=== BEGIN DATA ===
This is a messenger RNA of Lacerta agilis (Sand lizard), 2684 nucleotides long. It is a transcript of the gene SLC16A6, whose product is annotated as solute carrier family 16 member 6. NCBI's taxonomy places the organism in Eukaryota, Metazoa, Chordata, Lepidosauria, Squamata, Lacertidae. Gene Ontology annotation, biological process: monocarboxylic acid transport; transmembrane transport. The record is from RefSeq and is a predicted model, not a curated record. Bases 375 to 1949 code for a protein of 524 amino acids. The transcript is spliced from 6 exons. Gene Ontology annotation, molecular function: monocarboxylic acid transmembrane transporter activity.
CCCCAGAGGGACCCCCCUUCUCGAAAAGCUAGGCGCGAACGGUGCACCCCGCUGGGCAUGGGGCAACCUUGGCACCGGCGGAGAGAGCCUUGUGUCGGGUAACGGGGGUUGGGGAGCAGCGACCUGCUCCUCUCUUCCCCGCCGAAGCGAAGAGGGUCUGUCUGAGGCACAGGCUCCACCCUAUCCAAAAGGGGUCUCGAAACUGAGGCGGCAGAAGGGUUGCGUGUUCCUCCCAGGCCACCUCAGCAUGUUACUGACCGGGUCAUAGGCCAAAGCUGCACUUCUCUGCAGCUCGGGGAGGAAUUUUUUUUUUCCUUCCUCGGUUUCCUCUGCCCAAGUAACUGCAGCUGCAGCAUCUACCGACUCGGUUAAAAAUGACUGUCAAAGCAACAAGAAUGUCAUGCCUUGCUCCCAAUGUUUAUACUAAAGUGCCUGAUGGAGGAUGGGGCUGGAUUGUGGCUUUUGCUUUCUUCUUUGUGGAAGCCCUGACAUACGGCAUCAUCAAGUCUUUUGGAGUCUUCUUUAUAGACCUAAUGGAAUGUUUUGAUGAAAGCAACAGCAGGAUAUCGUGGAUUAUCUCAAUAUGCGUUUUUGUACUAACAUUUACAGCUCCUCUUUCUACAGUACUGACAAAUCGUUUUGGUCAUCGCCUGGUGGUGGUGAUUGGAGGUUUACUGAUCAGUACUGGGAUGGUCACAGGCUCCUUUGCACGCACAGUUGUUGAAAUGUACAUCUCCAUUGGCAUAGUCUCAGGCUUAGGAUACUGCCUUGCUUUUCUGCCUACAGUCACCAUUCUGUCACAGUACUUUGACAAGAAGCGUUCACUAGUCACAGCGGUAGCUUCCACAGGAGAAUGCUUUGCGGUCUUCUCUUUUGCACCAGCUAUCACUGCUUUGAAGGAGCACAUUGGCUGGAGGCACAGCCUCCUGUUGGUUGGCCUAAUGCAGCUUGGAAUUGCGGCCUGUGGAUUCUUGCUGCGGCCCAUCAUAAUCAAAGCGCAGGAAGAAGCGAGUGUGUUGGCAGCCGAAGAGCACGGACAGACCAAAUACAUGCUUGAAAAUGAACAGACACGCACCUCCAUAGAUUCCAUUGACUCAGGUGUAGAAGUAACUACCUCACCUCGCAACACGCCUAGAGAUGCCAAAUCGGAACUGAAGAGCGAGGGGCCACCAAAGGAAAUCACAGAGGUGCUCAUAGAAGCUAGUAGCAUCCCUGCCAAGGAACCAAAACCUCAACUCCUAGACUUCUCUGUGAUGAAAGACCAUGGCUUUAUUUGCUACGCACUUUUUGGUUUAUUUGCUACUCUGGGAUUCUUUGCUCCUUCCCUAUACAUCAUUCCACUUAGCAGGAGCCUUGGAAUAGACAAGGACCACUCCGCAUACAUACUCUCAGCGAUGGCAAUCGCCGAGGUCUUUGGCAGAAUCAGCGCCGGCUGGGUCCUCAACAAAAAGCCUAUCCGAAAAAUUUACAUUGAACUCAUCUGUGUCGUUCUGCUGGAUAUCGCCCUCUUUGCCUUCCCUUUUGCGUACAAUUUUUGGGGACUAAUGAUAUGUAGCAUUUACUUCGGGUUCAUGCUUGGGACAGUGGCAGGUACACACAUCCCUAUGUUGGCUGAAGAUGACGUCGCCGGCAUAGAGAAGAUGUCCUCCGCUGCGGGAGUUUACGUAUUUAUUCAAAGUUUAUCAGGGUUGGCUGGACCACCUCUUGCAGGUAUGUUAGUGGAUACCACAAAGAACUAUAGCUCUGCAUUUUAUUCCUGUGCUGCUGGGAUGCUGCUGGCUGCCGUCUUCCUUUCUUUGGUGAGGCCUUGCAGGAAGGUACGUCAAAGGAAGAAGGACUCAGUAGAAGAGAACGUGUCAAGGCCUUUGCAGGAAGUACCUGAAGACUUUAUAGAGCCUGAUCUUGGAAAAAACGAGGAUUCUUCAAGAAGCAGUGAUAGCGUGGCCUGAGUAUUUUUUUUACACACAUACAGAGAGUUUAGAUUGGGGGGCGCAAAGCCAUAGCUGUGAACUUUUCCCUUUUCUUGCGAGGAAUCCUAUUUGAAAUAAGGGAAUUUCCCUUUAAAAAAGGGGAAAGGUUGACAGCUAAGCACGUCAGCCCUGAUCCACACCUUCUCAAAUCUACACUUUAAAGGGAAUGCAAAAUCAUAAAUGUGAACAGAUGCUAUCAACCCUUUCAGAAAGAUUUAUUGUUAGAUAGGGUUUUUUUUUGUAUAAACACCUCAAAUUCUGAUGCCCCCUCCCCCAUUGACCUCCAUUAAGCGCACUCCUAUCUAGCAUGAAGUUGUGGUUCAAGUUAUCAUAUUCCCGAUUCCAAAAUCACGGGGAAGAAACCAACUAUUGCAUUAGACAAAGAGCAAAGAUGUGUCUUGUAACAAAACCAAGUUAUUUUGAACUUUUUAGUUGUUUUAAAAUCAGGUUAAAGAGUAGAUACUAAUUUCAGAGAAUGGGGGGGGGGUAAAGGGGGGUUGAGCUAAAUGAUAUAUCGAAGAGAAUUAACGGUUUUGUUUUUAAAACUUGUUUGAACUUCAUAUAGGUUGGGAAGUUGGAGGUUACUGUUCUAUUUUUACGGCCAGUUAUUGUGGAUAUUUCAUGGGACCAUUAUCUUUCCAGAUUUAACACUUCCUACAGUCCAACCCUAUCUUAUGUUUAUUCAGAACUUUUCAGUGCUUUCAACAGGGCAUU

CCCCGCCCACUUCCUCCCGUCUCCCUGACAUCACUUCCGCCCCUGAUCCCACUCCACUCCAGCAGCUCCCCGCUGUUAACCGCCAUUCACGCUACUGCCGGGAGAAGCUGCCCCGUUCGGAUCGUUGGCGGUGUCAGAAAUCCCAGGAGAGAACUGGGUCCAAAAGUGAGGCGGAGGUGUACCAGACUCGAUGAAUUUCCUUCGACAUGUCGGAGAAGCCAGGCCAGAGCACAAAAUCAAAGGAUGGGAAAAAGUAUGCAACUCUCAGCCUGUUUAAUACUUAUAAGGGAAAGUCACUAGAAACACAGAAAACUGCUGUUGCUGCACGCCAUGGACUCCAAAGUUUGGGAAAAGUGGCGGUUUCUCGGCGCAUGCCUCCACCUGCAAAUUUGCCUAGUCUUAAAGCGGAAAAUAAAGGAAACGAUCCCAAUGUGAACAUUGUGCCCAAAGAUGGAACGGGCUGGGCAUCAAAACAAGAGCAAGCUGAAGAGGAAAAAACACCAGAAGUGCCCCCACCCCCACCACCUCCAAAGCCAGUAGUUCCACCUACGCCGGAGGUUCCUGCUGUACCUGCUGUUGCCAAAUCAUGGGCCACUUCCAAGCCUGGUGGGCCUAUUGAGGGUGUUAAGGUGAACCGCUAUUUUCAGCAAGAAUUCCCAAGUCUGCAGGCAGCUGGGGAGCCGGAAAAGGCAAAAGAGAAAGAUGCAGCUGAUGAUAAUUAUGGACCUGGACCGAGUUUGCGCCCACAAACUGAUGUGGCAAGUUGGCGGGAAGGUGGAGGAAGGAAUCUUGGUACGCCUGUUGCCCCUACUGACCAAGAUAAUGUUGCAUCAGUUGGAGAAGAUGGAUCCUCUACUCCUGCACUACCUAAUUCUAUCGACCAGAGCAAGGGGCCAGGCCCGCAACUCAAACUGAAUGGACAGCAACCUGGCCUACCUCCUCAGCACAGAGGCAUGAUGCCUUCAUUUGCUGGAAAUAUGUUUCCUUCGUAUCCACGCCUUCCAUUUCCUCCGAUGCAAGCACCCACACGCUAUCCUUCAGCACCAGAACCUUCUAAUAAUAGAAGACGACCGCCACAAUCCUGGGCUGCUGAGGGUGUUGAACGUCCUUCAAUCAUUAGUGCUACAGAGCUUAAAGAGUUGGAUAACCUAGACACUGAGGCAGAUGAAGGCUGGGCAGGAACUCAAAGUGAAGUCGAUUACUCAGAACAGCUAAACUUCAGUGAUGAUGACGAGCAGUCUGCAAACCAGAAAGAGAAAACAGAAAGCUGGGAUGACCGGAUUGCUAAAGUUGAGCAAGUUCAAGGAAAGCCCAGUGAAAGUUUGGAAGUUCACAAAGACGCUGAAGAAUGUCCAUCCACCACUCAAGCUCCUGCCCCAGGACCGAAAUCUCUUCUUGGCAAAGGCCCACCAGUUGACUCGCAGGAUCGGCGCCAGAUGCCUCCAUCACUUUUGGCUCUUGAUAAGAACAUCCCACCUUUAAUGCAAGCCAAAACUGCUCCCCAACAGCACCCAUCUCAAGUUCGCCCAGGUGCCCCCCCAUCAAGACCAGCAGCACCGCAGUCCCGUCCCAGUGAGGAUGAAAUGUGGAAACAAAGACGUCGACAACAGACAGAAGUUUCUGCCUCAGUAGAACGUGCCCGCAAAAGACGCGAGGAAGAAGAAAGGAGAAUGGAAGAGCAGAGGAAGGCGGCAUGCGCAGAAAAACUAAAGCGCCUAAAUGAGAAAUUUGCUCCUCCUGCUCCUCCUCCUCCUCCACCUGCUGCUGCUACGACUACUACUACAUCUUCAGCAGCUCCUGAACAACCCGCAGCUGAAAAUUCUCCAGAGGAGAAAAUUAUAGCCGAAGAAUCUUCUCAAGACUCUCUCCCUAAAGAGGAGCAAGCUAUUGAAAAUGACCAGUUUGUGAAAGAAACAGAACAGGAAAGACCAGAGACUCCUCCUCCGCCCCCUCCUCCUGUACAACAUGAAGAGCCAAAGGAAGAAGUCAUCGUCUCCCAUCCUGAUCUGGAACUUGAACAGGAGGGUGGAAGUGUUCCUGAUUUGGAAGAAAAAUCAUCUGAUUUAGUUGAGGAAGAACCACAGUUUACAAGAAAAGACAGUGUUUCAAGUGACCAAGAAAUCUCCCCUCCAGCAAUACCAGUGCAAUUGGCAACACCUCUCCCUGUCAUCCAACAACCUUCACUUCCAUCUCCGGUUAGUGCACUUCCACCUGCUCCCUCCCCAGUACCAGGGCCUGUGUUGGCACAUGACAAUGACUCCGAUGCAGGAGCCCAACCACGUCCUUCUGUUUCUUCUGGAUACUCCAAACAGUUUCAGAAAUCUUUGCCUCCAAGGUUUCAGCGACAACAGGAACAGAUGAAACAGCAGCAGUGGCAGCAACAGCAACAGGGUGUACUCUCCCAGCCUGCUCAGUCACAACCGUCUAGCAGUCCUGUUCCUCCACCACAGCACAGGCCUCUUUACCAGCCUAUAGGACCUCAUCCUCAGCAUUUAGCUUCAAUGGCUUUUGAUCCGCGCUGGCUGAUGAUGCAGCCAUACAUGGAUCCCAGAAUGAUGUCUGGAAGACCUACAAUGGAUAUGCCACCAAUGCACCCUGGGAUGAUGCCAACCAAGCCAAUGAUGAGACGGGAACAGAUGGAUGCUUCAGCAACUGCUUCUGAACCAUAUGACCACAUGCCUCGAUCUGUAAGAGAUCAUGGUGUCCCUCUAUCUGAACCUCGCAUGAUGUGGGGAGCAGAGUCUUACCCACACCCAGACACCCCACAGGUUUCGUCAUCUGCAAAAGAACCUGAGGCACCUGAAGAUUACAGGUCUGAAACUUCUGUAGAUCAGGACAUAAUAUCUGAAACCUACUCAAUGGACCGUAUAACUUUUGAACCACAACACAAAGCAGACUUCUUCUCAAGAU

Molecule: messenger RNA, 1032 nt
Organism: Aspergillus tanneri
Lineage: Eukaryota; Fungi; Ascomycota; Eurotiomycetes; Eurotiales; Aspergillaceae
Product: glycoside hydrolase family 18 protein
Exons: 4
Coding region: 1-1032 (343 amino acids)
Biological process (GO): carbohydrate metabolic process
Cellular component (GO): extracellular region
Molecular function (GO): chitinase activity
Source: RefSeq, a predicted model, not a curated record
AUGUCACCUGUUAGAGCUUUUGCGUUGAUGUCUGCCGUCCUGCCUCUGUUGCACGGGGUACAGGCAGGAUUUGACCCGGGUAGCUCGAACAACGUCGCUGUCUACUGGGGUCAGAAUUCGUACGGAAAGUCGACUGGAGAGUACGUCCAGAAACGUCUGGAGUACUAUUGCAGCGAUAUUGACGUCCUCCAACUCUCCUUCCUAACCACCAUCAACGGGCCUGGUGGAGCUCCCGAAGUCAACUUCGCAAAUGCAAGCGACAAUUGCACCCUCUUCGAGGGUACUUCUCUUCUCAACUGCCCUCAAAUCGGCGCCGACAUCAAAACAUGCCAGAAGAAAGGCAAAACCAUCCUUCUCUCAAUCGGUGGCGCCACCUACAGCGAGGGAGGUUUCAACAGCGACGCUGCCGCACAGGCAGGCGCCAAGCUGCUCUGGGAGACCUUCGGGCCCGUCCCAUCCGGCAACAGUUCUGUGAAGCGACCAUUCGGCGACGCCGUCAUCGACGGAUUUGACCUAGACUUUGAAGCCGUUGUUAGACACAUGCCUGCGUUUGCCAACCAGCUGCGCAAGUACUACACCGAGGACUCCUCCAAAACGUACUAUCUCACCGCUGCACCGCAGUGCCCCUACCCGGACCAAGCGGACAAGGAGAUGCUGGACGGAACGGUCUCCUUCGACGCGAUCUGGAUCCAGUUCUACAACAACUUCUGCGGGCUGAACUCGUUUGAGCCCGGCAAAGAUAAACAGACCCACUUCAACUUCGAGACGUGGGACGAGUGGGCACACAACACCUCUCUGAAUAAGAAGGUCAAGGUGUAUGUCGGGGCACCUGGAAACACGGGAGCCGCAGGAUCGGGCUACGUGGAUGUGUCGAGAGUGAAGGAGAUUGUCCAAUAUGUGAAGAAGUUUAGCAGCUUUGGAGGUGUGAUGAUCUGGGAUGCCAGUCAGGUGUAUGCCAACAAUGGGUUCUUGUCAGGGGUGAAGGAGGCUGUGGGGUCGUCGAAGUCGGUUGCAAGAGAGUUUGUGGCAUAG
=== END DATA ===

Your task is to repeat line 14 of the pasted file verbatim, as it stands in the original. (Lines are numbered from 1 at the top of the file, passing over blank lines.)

AUGUCACCUGUUAGAGCUUUUGCGUUGAUGUCUGCCGUCCUGCCUCUGUUGCACGGGGUACAGGCAGGAUUUGACCCGGGUAGCUCGAACAACGUCGCUGUCUACUGGGGUCAGAAUUCGUACGGAAAGUCGACUGGAGAGUACGUCCAGAAACGUCUGGAGUACUAUUGCAGCGAUAUUGACGUCCUCCAACUCUCCUUCCUAACCACCAUCAACGGGCCUGGUGGAGCUCCCGAAGUCAACUUCGCAAAUGCAAGCGACAAUUGCACCCUCUUCGAGGGUACUUCUCUUCUCAACUGCCCUCAAAUCGGCGCCGACAUCAAAACAUGCCAGAAGAAAGGCAAAACCAUCCUUCUCUCAAUCGGUGGCGCCACCUACAGCGAGGGAGGUUUCAACAGCGACGCUGCCGCACAGGCAGGCGCCAAGCUGCUCUGGGAGACCUUCGGGCCCGUCCCAUCCGGCAACAGUUCUGUGAAGCGACCAUUCGGCGACGCCGUCAUCGACGGAUUUGACCUAGACUUUGAAGCCGUUGUUAGACACAUGCCUGCGUUUGCCAACCAGCUGCGCAAGUACUACACCGAGGACUCCUCCAAAACGUACUAUCUCACCGCUGCACCGCAGUGCCCCUACCCGGACCAAGCGGACAAGGAGAUGCUGGACGGAACGGUCUCCUUCGACGCGAUCUGGAUCCAGUUCUACAACAACUUCUGCGGGCUGAACUCGUUUGAGCCCGGCAAAGAUAAACAGACCCACUUCAACUUCGAGACGUGGGACGAGUGGGCACACAACACCUCUCUGAAUAAGAAGGUCAAGGUGUAUGUCGGGGCACCUGGAAACACGGGAGCCGCAGGAUCGGGCUACGUGGAUGUGUCGAGAGUGAAGGAGAUUGUCCAAUAUGUGAAGAAGUUUAGCAGCUUUGGAGGUGUGAUGAUCUGGGAUGCCAGUCAGGUGUAUGCCAACAAUGGGUUCUUGUCAGGGGUGAAGGAGGCUGUGGGGUCGUCGAAGUCGGUUGCAAGAGAGUUUGUGGCAUAG